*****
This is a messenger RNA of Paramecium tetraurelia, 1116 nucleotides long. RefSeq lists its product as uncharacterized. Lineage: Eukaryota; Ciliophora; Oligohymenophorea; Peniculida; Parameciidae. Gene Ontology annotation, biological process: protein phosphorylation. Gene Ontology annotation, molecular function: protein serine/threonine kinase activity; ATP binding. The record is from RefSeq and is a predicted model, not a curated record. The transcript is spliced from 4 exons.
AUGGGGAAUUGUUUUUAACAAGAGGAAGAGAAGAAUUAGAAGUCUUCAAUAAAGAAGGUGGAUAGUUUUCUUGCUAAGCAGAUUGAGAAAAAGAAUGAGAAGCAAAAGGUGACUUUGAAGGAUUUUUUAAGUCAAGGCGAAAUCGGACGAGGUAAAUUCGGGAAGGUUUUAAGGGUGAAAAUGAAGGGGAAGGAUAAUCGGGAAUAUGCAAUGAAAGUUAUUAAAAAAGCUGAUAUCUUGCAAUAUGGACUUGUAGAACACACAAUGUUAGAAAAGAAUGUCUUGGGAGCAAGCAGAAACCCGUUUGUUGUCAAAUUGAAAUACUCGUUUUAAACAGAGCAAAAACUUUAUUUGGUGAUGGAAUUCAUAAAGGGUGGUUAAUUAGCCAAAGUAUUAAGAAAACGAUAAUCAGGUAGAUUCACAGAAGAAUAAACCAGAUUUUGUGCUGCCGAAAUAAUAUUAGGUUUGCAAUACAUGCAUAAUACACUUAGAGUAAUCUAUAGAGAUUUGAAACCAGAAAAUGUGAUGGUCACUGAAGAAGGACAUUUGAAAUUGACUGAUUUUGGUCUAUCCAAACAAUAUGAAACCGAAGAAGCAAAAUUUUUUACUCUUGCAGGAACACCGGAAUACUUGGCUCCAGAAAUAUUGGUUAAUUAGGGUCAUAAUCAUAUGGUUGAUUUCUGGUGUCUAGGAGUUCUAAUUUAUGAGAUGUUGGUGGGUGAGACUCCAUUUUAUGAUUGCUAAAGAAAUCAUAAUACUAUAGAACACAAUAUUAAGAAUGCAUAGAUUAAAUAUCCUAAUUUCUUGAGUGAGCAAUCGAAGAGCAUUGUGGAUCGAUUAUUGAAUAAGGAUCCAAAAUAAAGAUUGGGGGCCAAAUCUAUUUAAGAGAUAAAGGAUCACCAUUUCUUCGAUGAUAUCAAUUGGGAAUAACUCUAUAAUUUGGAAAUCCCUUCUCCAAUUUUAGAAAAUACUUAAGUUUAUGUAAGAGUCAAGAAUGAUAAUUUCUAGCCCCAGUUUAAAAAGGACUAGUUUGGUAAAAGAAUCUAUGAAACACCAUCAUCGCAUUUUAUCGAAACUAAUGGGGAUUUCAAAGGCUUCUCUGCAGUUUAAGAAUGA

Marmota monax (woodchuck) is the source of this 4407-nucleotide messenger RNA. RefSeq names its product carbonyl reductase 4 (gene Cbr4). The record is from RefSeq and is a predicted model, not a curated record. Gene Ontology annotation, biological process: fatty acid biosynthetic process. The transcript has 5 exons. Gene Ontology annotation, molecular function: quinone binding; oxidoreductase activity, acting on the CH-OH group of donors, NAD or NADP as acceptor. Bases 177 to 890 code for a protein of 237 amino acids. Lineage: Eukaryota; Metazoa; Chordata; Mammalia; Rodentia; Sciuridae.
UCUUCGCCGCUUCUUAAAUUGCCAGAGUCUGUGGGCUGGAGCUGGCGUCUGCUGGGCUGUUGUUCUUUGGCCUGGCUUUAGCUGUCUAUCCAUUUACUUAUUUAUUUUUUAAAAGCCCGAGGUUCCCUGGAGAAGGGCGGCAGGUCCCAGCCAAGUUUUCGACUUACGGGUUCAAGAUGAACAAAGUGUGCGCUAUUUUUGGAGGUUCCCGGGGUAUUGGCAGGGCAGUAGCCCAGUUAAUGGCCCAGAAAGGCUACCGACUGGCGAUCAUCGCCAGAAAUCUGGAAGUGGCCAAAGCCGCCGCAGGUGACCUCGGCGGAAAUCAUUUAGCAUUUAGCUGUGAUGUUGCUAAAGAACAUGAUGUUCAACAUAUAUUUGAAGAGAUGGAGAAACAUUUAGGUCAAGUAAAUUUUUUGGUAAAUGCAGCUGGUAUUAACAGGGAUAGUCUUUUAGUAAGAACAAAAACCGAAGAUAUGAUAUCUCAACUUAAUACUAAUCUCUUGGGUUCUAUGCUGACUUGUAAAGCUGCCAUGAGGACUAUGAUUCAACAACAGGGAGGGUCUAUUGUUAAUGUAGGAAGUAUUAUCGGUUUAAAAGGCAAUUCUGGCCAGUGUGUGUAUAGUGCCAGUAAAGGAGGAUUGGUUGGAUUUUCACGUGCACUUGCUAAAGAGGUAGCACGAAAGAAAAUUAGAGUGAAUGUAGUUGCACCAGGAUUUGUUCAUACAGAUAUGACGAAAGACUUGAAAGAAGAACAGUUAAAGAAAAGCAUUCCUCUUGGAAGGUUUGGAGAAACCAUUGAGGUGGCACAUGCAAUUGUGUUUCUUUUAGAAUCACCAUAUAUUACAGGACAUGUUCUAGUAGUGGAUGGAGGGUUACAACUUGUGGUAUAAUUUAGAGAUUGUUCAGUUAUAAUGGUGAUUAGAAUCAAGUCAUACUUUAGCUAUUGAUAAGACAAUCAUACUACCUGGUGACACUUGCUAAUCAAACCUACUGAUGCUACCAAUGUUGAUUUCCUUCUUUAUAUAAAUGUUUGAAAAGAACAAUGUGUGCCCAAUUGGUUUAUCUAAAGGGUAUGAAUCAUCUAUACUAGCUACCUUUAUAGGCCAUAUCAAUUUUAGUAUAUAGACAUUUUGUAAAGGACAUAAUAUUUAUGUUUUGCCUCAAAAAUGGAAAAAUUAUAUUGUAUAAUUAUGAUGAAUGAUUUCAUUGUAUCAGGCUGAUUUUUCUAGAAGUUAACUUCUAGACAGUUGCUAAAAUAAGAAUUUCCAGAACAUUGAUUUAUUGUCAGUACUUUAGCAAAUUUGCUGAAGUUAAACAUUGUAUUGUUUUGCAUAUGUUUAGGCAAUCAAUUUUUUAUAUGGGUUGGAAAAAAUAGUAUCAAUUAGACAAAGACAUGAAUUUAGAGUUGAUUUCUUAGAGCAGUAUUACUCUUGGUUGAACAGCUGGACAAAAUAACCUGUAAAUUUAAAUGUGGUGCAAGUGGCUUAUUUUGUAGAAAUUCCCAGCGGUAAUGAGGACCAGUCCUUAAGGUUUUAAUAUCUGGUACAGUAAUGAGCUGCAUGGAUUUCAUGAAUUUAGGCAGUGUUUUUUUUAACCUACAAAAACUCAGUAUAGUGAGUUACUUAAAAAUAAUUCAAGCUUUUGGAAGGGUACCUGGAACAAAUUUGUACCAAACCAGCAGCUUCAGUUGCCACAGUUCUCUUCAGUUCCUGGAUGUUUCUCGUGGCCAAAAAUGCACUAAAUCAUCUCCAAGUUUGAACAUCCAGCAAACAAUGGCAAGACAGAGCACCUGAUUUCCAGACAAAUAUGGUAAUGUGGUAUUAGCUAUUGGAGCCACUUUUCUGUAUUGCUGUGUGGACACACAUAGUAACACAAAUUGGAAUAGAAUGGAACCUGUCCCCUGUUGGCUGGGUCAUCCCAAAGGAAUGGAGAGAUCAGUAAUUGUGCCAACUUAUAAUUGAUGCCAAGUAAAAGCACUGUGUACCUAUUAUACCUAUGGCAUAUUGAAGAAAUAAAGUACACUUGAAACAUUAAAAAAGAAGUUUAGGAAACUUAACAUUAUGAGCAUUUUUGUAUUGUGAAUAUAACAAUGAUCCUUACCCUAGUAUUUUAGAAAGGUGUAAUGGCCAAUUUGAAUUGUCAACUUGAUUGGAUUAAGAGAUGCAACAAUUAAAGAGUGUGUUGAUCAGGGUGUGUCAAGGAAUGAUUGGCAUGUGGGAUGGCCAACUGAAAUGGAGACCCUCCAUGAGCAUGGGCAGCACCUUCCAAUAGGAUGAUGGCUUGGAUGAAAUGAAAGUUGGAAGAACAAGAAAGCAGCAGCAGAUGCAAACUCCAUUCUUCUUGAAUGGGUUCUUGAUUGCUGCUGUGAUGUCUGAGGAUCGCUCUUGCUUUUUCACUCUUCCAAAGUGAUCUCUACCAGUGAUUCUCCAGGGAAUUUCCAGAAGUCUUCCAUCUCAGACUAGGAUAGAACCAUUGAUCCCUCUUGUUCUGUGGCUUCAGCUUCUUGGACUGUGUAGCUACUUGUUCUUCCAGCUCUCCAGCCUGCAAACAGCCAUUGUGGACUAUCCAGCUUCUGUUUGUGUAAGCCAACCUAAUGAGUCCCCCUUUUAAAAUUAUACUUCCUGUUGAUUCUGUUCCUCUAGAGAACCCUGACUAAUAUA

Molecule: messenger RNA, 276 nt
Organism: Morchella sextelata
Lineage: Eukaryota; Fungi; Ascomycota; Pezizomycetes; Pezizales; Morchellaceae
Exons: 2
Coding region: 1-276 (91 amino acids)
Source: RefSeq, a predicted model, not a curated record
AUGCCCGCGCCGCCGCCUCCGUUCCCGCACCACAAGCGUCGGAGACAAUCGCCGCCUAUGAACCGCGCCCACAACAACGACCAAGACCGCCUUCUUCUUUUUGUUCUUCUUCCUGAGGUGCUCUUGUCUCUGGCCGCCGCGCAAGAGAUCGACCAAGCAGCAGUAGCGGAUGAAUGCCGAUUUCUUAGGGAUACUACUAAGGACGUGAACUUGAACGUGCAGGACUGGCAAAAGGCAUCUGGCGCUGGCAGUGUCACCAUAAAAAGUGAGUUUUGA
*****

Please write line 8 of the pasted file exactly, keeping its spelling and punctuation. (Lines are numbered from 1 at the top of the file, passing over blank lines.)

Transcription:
Exons: 2